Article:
A$1.8 billon a year to run national container deposit scheme
Australian governments have been investigating the concept of a Container Deposit Scheme that will encompass the whole country.
Currently, the Northern Territory is due to implement its own CDS system on 3 January 2012. In South Australia, Australia’s first Container Deposit Scheme began operating operating in the State of 1977.
An investigation by Australia’s Environment Ministers has now found that the cost of a national Container Deposit Scheme (CDS) would be between A$1.4 billion and A$1.8 billion each year.
The Packaging Impacts Consultation Regulatory Impact Statement (PICRI Statement) on future packaging waste options has been commissioned by the Australian and State Governments.
The PICRI Statement was released today with the costing of the scheme. It says that the Australian Government’s stated objectives for reduced waste and increased resource recovery are not being met and considered a number of alternative container deposit schemes.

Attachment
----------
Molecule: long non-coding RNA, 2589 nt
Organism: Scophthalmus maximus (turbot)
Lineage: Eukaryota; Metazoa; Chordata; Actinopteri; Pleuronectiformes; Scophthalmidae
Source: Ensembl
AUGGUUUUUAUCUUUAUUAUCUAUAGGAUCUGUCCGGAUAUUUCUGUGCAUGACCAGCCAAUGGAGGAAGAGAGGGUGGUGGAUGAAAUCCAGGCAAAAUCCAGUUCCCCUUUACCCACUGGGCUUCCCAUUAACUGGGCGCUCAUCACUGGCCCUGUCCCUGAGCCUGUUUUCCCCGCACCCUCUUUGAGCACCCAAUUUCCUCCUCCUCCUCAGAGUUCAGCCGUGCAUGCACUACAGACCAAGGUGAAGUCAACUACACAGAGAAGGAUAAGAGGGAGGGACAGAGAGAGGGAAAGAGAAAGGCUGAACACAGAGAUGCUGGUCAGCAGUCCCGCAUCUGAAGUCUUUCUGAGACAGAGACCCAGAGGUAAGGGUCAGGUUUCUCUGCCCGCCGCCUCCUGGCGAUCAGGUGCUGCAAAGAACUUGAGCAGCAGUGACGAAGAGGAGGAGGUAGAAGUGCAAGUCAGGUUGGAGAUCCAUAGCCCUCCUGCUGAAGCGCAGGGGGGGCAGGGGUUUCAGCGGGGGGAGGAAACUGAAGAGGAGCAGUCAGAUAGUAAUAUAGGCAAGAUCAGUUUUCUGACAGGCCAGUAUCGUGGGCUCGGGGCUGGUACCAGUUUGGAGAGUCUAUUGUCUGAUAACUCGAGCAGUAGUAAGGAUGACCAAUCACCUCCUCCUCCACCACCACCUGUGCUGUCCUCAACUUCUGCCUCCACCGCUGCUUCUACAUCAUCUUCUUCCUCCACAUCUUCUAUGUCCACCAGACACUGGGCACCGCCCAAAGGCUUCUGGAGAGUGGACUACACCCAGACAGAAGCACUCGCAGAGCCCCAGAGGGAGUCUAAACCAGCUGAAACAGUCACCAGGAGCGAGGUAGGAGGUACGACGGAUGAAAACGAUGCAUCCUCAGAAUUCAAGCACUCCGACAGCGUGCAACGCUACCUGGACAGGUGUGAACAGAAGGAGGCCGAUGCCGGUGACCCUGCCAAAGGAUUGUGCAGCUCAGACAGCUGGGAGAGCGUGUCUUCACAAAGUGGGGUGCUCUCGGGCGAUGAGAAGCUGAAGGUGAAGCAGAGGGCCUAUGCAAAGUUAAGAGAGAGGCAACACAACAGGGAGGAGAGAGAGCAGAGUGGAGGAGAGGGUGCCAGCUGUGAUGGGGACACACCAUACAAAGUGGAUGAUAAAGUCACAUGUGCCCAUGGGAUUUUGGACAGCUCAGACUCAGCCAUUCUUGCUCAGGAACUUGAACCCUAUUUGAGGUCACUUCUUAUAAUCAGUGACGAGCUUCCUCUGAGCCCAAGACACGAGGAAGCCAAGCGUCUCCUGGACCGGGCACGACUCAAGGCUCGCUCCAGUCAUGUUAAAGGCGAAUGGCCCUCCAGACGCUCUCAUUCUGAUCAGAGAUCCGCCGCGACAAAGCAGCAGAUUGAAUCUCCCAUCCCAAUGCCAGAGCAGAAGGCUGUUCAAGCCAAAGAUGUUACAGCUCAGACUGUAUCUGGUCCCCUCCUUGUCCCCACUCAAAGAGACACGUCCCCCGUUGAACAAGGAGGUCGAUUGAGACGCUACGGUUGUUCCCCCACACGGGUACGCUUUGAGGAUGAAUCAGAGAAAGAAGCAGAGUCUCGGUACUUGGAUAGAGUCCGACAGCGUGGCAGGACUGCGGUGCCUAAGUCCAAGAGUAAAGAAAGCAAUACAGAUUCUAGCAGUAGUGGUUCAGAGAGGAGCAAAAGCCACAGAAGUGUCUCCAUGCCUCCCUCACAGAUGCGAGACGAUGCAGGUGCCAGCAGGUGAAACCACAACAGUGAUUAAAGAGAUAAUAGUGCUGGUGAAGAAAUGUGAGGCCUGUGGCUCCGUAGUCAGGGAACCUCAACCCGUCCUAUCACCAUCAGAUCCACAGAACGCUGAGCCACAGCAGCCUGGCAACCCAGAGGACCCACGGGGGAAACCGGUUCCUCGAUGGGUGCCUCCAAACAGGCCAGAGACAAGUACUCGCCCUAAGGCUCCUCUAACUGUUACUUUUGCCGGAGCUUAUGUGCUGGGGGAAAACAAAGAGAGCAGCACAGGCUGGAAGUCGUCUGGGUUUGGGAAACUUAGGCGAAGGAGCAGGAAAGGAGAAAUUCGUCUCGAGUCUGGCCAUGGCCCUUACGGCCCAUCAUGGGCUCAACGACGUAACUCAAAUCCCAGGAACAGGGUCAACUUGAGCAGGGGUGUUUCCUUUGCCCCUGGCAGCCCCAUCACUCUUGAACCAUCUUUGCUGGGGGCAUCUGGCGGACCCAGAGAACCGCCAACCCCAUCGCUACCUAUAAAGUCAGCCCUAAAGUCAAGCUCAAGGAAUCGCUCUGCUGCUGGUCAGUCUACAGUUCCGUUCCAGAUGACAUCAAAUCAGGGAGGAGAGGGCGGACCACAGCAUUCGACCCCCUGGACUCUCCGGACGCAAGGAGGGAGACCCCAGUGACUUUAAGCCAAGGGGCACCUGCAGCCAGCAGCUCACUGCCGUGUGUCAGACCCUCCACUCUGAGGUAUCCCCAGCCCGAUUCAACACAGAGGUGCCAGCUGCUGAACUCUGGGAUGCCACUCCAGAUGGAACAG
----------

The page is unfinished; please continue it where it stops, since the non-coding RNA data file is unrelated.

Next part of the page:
Alternative schemes include an advance disposal fee, industry-run schemes that may be co-regulated under the Product Stewardship Act 2011, with a nationally consistent government initiative.
Under the national CDS system, a 10-cent fee would be levied and refunded when containers are recycled. This is the same as under the South Australian and Northern Territory schemes.
Commenting on the PICRI Statement, Australian Food and Grocery Council (AFGC) CEO Kate Carnell said that Australia must adopt a packaging waste mechanism with a capacity to be much broader than just beverage containers.
Ms Carnell said, “Industry is very supportive of current product stewardship approaches – including at-home and away-from-home recycling – and extending the Australian Packaging Covenant to offer a broad-based, longer-term and cost effective solution for packaging waste.”
Ms Carnell said the AFGC will prepare a submission in the New Year to respond to the PICRI Statement as part of the stakeholder consultation.